Wednesday, April 1, 2009

Coming Home...April 1, 2009

We fly out of Tan Son Nhat (Saigon airport) in a few hours...second time I've lifted off in a wide-body from this airport.
Saigon is a bustling, but from what I've seen, somewhat more orderly than Hanoi, metropolis. More western looking dress, fewer Ho Chi Minh pith helmets, fewer political banners. It seems like it would be a fun place to spend a few days..but the air is worse than Hanoi or Da Nang. More people, more buses and motorbikes, worse air. We found a place in Frommer's where we ate last night. A set menu for $12 US, included spring rolls and four other appetizers, before the hot pot sterno cooker was put on the table. The waiter slowly added shrimp, squid, fish fillet, vegetables, mushrooms, and finally beef (for just a few seconds, for it to change colors) which we added to the bowls of noodles in front of us. It was all delicious, and due to the flight from Da Nang, we had missed lunch, so I ate heartily. On the way back to the hotel we stopped at a local place for a massage. We took off our shoes and put clothes in lockers, donned the house baggy shorts and tee shirts downstairs, and followed the hostess upstairs. This was a big room, lined with massage tables with all but the last two filled with mostly Vietnamese men with girls walking on their legs and backs, or bending their bodies in ways I had not seen done before. We greeted the young women who were to work on us, and lay down on the table on our backs with our feet in individual tubs of warm water. They worked on the feet for a few minutes and then wrapped them tightly, individually in towels, and moved to the head of the table (reclining chair). They then applied thin slices of raw cucumber to cover the face, while they giggled about our facial hair, pulling it, commenting to each other in Vietnamese. Then they moved back to the feet for more foot massage, then applied oil to the calf and worked the calf for quite a while. They turned us over on our stomachs and applied hot, hot, rock packs to the bottoms of our feet (too hot for comfort), and worked the calves and thighs some more. Then they used hot rocks dipped in oil to massage the back, all the time slapping and clicking their fingers as they chopped the muscle. Then they climbed up and started applying knees with full body weight to the gluteus maximus, hamstring, and standing and walking on the legs and back. They lined hot rocks up the spine and covered us with a towel while they went back to the feet. Finally, there was torso twisting, arm bending, neck cracking, and scalp massage. You get the idea....a great massage for 180.000 Dong (less than $10 US, for 80 minutes of pure pleasure/therapy).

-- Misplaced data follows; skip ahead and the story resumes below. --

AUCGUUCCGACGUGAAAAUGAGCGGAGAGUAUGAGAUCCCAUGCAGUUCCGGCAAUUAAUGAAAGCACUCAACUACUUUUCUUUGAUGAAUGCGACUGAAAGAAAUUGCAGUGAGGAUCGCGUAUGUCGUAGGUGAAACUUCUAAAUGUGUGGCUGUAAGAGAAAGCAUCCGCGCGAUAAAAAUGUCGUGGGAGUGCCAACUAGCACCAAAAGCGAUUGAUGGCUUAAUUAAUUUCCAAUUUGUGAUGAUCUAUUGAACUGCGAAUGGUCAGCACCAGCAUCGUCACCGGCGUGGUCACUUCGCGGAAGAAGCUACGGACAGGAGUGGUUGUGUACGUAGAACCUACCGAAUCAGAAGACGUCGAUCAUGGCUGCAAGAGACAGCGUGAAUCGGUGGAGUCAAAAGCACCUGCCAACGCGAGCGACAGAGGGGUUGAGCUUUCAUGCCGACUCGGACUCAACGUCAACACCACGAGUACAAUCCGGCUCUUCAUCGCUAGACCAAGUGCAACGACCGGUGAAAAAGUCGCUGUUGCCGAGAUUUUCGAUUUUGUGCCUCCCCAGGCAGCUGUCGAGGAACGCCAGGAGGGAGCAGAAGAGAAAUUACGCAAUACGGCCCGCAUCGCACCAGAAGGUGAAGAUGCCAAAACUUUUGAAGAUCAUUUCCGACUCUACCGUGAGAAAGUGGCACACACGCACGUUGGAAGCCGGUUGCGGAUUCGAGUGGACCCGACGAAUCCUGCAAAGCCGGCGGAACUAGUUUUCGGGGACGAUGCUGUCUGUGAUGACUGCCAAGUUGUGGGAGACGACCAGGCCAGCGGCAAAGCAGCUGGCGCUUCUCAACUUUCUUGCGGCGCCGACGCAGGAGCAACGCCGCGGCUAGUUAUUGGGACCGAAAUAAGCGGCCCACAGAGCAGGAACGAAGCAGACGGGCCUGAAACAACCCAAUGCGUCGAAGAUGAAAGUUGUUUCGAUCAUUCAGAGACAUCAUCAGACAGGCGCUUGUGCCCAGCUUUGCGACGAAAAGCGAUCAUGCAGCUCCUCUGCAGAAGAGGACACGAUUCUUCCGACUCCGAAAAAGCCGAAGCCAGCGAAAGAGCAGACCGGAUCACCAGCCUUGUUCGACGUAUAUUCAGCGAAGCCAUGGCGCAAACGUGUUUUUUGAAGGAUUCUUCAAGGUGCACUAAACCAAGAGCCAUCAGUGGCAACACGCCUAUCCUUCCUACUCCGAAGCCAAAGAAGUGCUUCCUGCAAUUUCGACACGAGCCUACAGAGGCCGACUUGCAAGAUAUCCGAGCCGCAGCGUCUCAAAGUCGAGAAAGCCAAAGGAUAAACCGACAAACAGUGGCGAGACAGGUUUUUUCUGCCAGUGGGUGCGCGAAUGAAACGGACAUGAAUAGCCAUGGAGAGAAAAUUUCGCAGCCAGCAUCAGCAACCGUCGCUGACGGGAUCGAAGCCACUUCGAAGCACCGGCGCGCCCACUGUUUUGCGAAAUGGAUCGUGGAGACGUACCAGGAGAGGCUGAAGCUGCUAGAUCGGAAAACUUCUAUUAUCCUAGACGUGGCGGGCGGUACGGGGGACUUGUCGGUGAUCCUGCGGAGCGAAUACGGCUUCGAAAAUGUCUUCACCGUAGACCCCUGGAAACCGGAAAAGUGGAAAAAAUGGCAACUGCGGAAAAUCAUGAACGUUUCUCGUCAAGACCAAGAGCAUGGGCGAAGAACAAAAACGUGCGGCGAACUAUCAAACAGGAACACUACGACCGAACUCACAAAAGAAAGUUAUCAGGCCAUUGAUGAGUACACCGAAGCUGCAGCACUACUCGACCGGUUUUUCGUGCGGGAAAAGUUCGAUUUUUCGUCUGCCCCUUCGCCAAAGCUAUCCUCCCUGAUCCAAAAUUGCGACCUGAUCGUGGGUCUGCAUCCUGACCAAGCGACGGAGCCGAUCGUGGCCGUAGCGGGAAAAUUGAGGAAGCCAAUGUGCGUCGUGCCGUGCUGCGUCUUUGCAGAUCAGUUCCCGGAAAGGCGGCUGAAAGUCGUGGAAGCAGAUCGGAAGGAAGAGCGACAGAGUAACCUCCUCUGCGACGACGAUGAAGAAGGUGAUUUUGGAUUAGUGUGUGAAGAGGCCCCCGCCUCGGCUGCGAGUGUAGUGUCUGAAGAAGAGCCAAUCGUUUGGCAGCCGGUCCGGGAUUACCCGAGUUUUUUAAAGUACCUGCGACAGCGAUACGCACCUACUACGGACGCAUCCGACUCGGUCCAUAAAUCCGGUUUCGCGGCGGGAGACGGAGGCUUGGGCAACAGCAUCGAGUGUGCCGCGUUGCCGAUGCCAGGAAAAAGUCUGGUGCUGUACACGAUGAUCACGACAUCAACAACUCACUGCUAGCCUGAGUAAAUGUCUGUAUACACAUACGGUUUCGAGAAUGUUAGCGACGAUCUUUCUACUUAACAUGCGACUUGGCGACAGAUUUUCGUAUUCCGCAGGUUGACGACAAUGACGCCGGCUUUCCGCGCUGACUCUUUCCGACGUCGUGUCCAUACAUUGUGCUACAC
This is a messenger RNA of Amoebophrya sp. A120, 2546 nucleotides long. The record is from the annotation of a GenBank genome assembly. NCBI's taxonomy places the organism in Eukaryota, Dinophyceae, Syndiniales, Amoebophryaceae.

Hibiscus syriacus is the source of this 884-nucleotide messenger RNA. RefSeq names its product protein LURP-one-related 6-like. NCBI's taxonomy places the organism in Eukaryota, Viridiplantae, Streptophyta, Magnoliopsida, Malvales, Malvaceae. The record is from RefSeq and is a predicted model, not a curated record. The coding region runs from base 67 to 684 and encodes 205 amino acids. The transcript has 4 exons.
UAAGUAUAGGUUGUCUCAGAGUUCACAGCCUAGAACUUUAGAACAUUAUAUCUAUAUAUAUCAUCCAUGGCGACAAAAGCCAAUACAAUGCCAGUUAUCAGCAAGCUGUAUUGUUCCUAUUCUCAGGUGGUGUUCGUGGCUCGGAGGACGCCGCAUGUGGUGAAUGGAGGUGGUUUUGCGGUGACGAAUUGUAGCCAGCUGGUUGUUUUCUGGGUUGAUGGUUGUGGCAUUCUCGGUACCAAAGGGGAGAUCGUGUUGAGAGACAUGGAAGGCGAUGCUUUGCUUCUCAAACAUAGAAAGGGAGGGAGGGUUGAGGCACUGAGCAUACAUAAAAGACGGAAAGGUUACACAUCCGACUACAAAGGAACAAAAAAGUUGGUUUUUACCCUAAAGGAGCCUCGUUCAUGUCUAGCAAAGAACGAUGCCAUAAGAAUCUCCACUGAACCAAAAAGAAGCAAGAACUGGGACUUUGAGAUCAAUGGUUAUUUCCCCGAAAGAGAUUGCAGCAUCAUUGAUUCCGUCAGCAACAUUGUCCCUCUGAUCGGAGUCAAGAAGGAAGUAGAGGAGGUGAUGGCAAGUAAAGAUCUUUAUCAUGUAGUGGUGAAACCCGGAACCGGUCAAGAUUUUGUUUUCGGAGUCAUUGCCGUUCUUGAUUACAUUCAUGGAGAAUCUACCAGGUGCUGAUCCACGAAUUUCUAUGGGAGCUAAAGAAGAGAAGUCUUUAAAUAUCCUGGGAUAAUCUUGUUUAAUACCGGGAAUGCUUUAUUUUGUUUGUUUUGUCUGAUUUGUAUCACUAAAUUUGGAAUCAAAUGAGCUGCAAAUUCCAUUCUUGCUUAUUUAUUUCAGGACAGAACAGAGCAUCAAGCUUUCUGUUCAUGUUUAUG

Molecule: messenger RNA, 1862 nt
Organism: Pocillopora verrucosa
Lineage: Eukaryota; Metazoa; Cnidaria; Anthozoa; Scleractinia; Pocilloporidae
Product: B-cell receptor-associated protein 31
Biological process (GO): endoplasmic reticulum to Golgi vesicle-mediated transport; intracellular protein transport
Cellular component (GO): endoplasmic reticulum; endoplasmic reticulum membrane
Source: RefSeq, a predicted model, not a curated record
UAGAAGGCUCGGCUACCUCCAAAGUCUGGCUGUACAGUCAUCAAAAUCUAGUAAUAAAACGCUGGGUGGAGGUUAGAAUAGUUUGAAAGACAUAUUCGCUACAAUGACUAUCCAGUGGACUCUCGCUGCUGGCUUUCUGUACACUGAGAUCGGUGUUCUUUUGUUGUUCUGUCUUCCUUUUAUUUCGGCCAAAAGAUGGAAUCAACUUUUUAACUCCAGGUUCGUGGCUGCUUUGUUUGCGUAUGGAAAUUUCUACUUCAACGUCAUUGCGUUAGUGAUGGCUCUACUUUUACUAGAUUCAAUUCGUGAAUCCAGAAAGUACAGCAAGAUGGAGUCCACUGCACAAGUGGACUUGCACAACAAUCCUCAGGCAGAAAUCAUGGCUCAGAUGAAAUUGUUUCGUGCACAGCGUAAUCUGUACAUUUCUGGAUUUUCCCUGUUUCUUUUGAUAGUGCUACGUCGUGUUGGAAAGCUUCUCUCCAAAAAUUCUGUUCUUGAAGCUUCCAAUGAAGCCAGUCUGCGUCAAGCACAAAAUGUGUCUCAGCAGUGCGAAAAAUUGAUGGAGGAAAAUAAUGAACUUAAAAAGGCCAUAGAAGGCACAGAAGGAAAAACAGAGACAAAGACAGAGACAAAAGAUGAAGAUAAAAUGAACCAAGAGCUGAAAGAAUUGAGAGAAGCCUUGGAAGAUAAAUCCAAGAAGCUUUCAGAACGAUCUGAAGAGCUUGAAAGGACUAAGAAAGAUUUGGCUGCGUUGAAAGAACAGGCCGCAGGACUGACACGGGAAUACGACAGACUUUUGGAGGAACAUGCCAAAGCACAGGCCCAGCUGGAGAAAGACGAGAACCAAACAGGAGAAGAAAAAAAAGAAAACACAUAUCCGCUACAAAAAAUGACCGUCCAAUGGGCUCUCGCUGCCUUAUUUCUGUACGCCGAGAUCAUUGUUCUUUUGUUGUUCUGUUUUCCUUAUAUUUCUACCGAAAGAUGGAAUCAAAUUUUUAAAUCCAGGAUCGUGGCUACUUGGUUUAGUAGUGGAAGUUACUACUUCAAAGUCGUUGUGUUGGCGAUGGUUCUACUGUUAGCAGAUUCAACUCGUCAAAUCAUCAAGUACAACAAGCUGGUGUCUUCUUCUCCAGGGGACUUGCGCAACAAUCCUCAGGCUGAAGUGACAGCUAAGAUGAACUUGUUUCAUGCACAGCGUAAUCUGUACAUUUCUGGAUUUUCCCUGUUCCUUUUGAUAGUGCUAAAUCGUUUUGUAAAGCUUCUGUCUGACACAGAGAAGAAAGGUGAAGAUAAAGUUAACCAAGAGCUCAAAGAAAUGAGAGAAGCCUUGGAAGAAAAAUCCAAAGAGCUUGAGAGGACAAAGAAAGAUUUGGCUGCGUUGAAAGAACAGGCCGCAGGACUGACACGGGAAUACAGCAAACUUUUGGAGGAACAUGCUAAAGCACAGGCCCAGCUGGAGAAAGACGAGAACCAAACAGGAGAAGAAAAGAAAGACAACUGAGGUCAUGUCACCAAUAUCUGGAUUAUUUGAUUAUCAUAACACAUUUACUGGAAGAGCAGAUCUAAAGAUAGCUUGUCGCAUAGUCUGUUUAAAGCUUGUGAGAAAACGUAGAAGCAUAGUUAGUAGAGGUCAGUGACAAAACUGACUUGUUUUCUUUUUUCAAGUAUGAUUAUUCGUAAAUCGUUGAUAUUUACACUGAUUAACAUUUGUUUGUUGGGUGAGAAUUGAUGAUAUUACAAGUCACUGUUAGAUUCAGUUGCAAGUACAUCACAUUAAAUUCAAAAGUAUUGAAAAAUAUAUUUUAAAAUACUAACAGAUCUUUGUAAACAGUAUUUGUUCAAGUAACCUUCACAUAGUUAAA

But I need to fill in a few gaps from the last few days.

After our search for FSB Barbara, we got back to Hue for a shower and another great meal. After dinner we went to the top of our hotel and watched lightning and the lightshow of the Eiffel bridge changing colors. Very nice temperature, after the steaming, dripping of the bike ride through the hills.

The next morning we did the Forbidden City, a citadel which (not the first Nguyen emperor, but the first head of what they call the Nguyen dynasty) built in 1802. It is a huge collection of temples and living spaces, with three levels (layers of walls) through which to enter. The first entry area was for commoners, the second for mandarins only, and the third for royalty only. This citadel was the royal residence until Bao Dai abdicated (I think to Ho Chi Minh, after WWII). The stories of the Nguyen emperors are stories of hundreds of concubines, hundreds of children, young princes taking the throne and not living long, puppets to the French, etc. The walls of the Forbidden City are pock marked with scars from the fighting with the French and the Tet offensive of 1968.

After that we bicycled several miles out of town, past several royal burial sites, to visit one of the most famous, the tomb of Minh Mang, the second of the Nguyen dynasty). This place was at least 140 acres of gardens, lakes, bridges, temples, etc. Joe said the actual burial site is kept secret, to avoid looters digging up the corpse and the jewelry that adorns it.

We walked back to the entrance area, where lots of hawkers are out selling water, trinkets, or just panhandling, the first time I had seen that in three weeks.

We loaded the bikes into the van that had followed us out, and boarded a dragon boat, a standard tourist attraction in Hue, these motorized shallow draft boats with a carved and brightly painted dragon’s head protruding from the bow. The trip down the Perfume (Hu’o’ng) River was leisurely, passing many mom and pop sand dredgers, pumping up sand from the bottom, screening it until their boats were ready to sink, before heading back to the place that bought it. On the dragon boat you are a captive audience, and the captain’s wife had her way with us, as Joe napped, selling us silk scarves, bamboo book marks, etc. She had a good day.

Another evening in Hue, drinking a couple of Tigers on the roof top, before getting up early for a long ride to Da Nang the next day.

We left at 6:30, driving a few miles out of town before mounting the Treks. We followed a spit of land that separated the South China Sea from the outlet of the Perfume. This was one lane, little traffic, and lots of greenery and Buddhist cemeteries. We passed a stone cutter shop which was mass producing gravestones for unknown soldiers, VC, killed during the war. Joe said the local officials got a percentage of what the government paid for these tombstones, and he thought sometimes the numbers might be inflated. We lunched at a young couple’s home/cafĂ© and spoke a little English with their primary school aged children. After about 50km, the little road we were on merged with Highway One, and we loaded the bikes into the van.

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